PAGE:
Binge Drinking More Damaging for Teen Girls Than Boys, Study Says
BBC News reports the brains of teen girls are especially prone to damage from alcohol, as their brains develop at an earlier age than guys, according to a study published in Alcoholism: Clinical & Experimental Research.
In the study of teens ages 16 to 19 at American universities, researchers used MRI scans and found female binge drinkers -- those who drink more than four beers or glasses of wine in one sitting -- had less brain activation in a number of brain areas including memory and spatial awareness than female teens who didn't drink.
This could lead to issues when it comes to driving, playing sports, using maps or remembering how to get places, the BBC reports.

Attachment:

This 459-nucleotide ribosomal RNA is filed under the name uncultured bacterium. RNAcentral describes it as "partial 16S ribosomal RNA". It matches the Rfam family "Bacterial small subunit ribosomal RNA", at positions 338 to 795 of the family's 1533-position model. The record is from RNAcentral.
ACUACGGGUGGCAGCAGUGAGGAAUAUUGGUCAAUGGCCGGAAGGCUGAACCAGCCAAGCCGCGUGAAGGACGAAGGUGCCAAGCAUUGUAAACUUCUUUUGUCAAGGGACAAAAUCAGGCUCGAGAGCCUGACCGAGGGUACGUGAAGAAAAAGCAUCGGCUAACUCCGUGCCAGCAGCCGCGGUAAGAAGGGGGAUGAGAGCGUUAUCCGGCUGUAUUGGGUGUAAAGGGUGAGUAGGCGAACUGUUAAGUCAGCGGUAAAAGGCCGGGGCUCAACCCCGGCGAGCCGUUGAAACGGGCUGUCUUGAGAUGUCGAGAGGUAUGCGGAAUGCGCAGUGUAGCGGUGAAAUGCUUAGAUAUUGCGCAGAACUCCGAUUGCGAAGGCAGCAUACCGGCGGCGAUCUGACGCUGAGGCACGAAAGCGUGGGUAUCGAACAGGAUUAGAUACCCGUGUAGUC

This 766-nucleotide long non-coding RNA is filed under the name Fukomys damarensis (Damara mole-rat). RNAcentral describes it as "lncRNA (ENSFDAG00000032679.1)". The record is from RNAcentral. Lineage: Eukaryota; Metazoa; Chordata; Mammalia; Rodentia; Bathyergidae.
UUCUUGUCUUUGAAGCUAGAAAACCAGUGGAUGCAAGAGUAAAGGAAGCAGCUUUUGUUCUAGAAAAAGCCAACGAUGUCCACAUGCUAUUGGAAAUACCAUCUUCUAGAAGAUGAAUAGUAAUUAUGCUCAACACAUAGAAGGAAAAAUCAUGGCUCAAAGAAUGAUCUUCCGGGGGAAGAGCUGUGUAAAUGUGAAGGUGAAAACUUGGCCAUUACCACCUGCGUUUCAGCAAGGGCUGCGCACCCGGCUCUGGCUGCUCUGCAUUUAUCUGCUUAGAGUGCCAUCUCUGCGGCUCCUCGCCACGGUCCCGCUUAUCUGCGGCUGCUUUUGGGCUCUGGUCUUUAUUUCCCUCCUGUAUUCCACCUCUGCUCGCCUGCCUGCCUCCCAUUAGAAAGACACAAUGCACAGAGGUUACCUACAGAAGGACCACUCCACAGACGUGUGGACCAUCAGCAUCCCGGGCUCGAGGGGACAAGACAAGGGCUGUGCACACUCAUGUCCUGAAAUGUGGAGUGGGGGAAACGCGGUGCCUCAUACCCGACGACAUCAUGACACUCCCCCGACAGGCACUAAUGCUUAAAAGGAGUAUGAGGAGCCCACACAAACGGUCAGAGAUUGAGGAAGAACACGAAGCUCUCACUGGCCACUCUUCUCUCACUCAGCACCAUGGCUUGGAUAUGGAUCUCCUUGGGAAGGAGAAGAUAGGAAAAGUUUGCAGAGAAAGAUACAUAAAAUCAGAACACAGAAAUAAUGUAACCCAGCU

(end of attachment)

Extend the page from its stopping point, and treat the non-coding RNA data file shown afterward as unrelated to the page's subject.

Teen guys who binge drank, however, didn't have the same issues, according to the study.
"Male binge drinkers showed some, but less, abnormality as compared to male non-drinkers," Susan Tapert, professor of psychiatry at the University of California and lead study author, tells the BBC. "This suggests that female teens may be particularly vulnerable to the negative effects of heavy alcohol use."
Stanford University professor Edith Sullivan tells the network female brains develop one to two years earlier than male brains.
"Hormonal levels and alcohol-induced fluctuations in hormones could also account for the gender differences," she tells BBC News. "Finally, the same amount of alcohol could more negatively affect females since females tend to have slower rates of metabolism, higher body fat ratios and lower body weight."
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